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One Size Does Not Fit All!



by Susan Fekety, RN, MSN, CNM



The obesity epidemic is big news lately. Gastric bypass surgery is a growth industry and everyone's getting diabetes. Are we just a bunch of lazy slackers with a giant bag of donuts resting on our beer guts while we watch TV and practice denial? Guess what – there's more to it than that! Here are some pieces of the puzzle you might not have noticed.

First, our overall thinking about obesity needs serious updating. Medical science has historically not focused on nutrition and many practitioners were taught nothing about nutrition in their training.

What they did learn was provided courtesy of the agriculture and food marketing industries, and many of us are still playing those tapes. As a result, truisms like "a calorie is a calorie," "cut fat," and "eat less" are starting to look like simplistic nutritional fairy tales. Since we began our war on fat about 30 years ago, fat intake has decreased from 45 to 34 per cent of calories. American women consume around 1800 calories a day, though the recommended average is 2200 calories. So how can we be getting fatter?

Here's what I see – it's about quality. We're eating more processed and manufactured "empty calorie" foods than ever before. In the zeal to cut fat, we've loaded up on sugars, and are short on the essential fats our brains and hormone systems need. When we're missing fats, our clever body stockpiles them, just like it turns down our energy level when we don't eat enough to sustain activity.

Another disturbing trend is that fat discrimination in health facilities constitutes a health risk for people who are overweight. Yale researchers found that many health practitioners, especially those in weight-loss medicine (!), had very high disdain for fat people. Fat women tell me about rude comments being overheard, of needed treatments being deferred or ignored while a lecture about overweight was given, and about the inhospitable nature of many health facilities: flimsy chairs, improperly-sized equipment, too-small gowns, public weighing areas. I often wonder if this is the source of some of the health disparities we see for obese people. Projection about character flaws (fat people are lazy, stupid, lack willpower, etc.) perpetuates the cycle of shame that keeps fat people stuck and makes them avoid the health care system altogether. We would not tolerate this level of insensitivity towards a racial or religious group (would we?)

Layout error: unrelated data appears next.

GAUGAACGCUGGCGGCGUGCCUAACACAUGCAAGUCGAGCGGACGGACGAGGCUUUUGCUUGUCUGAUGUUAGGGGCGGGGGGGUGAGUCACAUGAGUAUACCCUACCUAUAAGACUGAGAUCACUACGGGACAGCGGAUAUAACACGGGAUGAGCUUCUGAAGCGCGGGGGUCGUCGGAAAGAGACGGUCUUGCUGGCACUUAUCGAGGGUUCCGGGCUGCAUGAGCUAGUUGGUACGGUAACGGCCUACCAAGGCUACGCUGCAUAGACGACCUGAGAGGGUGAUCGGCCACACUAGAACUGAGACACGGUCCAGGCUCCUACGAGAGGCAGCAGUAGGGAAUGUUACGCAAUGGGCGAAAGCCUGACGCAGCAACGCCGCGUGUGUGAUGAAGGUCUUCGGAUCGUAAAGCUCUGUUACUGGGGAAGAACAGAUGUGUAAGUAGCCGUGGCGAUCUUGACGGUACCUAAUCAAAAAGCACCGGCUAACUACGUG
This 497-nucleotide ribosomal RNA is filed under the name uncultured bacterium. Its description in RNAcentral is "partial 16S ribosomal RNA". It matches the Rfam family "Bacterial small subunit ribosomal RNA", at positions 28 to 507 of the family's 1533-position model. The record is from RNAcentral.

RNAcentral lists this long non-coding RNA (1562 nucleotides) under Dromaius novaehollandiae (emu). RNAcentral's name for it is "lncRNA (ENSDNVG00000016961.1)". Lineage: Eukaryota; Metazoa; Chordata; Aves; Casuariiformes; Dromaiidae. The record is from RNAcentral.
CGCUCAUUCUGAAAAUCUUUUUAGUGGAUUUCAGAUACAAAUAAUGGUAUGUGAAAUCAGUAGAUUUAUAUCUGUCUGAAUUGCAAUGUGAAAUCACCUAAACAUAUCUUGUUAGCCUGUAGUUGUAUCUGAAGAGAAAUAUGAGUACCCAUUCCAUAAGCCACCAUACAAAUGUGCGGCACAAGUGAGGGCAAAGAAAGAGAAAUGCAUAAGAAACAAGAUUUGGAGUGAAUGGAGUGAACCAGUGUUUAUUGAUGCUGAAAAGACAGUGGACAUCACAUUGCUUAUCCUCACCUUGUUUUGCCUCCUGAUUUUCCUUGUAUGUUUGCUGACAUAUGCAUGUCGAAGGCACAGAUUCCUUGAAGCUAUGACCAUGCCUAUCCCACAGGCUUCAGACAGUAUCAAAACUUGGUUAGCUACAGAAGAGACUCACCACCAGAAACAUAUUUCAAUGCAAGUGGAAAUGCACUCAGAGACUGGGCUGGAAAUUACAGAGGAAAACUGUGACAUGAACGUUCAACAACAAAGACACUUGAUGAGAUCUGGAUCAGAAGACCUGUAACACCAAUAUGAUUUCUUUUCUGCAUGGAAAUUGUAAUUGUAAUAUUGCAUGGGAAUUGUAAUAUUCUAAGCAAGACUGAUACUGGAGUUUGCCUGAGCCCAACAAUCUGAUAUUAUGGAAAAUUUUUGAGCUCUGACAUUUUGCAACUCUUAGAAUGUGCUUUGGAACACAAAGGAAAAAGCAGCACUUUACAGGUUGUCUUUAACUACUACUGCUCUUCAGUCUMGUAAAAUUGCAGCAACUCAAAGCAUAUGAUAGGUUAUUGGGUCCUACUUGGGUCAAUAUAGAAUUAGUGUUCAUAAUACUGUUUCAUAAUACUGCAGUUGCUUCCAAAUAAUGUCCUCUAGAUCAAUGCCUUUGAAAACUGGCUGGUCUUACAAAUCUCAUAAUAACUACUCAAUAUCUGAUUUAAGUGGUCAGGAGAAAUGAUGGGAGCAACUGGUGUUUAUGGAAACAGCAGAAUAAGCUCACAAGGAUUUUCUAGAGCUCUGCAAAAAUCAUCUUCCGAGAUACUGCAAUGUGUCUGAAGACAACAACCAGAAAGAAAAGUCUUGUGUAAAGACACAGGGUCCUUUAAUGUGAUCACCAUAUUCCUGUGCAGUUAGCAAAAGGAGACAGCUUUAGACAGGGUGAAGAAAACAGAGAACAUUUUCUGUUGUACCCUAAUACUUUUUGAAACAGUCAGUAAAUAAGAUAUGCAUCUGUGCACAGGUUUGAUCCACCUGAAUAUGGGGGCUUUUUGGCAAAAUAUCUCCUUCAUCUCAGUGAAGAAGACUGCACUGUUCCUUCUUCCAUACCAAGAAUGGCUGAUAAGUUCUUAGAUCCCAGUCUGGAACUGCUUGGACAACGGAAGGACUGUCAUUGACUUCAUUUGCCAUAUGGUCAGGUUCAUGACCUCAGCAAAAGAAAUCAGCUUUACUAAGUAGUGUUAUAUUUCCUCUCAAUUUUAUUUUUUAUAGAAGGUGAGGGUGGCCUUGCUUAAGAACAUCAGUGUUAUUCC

This especially matters because modern thinking about weight has finally recognized the role of emotional stress in body composition. Stress raises cortisol and other adrenal hormones which disrupt normal metabolism, make you store fat, decrease lean body mass and bone density, lower resistance to infection, and increase appetite. We have research that shows that calorie-restricted diets trigger production of stress hormones – it scares your body to starve it! Conventional weight-loss diets restrict calories to levels that would qualify as semi-starvation if it were the daily intake for someone in a third world country; we would be petitioning the UN to send supplemental food to anyone who had this little per day. Plus, so many diets make us children again: "good" and "bad" foods, "cheating" and "failure" come to mind. We recommend behavior to fat people (compulsive calorie counting, food journals, compensatory exercise, etc) that we would consider eating disordered in thinner ones: more stress.

It's the mind-body connection that most interests me in my work with women of size, because size discrimination comes from the inside and the outside. Tasty food, fun physical activity, self-expression, friends and loved ones are elements of a good life no matter what your body size. I often recommend food approaches that start with balancing food groups, not limiting quantities, having three meals and two snacks, and setting a lower threshold of calories not to go below. Sometimes it freaks women out to be given permission to eat. Aside from the stressful effects of feeling lousy about yourself, body hate and shame can make people stop exercising. But it looks like activity level is more important than weight in predicting how long you'll live – so anything that keeps you from moving is a health hazard. (Start small – go for a walk with a friend. Skip anything that involves spandex or someone yelling instructions at you.)

So here's a final thought: maybe people are supposed to be like flowers, or breeds of dogs, not figures on a weight chart. If you're supposed to have the body composition of a Saint Bernard, you'll make yourself sick trying to look like a whippet (and vice versa.) Give yourself permission to eat nutritious high-quality food, and see what makes you feel good. Practice weight neutrality – don't make compliments about body size, or make assumptions about personality based on body composition. Don't buy into magical thinking that life will be better when you're thin – you'll still be you. If you're looking for healthy approach to the obesity epidemic – feed your soul FIRST.




Article © Copyright 2004 by Susan Fekety. All rights reserved worldwide. Duplication or reprints only with express permission of the author or, for a nonprofit purpose, without consent so long as the author's name and contact information are included as follows: "Reproduced with permission from Susan Fekety," These articles are provided for informational purposes only. Their content is not meant to substitute for the advice provided by your own health care professional. You should not use the information contained herein for diagnosing or treating a health problem or disease, or prescribing any medication. If you have or suspect you have a medical problem promptly contact your health care provider.




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